Here is one good reason why I like working with acrylic paints–they are forgiving. Especially when one idea seemed like a good one until a night’s sleep refocused my aesthetic and I wonder just who thought that color combo was a good idea. I am thankful that I get a second chance–with every single piece of artwork I do. I am never afraid to scrub out, gesso over, tear up, use for collage, cut up for use as mini paintings, or plain just get rid of bad painting. Sounds crazy to some of you but if you are an artist, I recommend you give this a try. You never know what you’ll find the second time around. Have a Happy Thanksgiving.
Saturday and Sunday, November 2 & 3, 10am-4pm. Details on flier.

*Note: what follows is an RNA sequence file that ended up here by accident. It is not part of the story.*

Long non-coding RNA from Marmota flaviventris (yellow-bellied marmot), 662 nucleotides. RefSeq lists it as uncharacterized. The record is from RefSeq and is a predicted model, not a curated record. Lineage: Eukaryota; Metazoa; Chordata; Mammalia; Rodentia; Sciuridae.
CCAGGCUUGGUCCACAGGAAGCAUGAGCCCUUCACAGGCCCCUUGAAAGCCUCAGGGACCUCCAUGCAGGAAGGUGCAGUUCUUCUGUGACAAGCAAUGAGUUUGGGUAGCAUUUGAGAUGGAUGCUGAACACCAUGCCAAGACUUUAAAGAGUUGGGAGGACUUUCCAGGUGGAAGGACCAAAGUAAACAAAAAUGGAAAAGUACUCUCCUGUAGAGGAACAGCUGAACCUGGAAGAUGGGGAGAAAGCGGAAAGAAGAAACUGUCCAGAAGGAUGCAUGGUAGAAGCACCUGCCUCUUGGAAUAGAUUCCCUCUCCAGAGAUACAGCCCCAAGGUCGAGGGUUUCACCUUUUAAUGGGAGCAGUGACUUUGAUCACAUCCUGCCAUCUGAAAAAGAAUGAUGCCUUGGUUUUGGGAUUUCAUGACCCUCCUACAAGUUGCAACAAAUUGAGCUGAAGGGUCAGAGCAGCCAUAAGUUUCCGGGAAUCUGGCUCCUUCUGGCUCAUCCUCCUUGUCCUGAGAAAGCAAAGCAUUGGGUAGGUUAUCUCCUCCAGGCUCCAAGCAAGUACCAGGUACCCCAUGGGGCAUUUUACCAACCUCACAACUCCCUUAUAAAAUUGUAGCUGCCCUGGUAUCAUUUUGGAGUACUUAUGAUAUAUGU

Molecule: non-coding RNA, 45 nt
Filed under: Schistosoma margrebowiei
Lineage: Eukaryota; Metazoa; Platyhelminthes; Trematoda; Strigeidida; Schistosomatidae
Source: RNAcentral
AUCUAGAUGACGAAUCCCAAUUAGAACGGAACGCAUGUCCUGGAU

Scouting out a location in a busy city such as Boston can be an intimidating process. The sheer number of possibilities for making a painting can be overwhelming to evaluate. Choosing just the right location–one with a good view, open space for setting up equipment, safe from traffic, animals, and other oddities is not easy. We found this location on a scouting trip taken with my daughter, Katie Trainor, who lives in Boston and works at Francesca’s Coffee Café on Tremont Street, right around the corner from Union Street Park. Perfect. Her knowledge of the area and my preferences was invaluable to selecting this spot. Just enough area to setup, a beautiful spring day at the pocket park, and of course, proximity to a bathroom :). Sidewalk location was just right to allow me to set up and allow neighbors to get by–and chat. A win for all. The Copley Society of Art PaintOut was one week after the Boston bombing at the Marathon so the city was still reeling. Good to know this event and sale of my painting helped a little to add to the Boston Strong fundraising effort.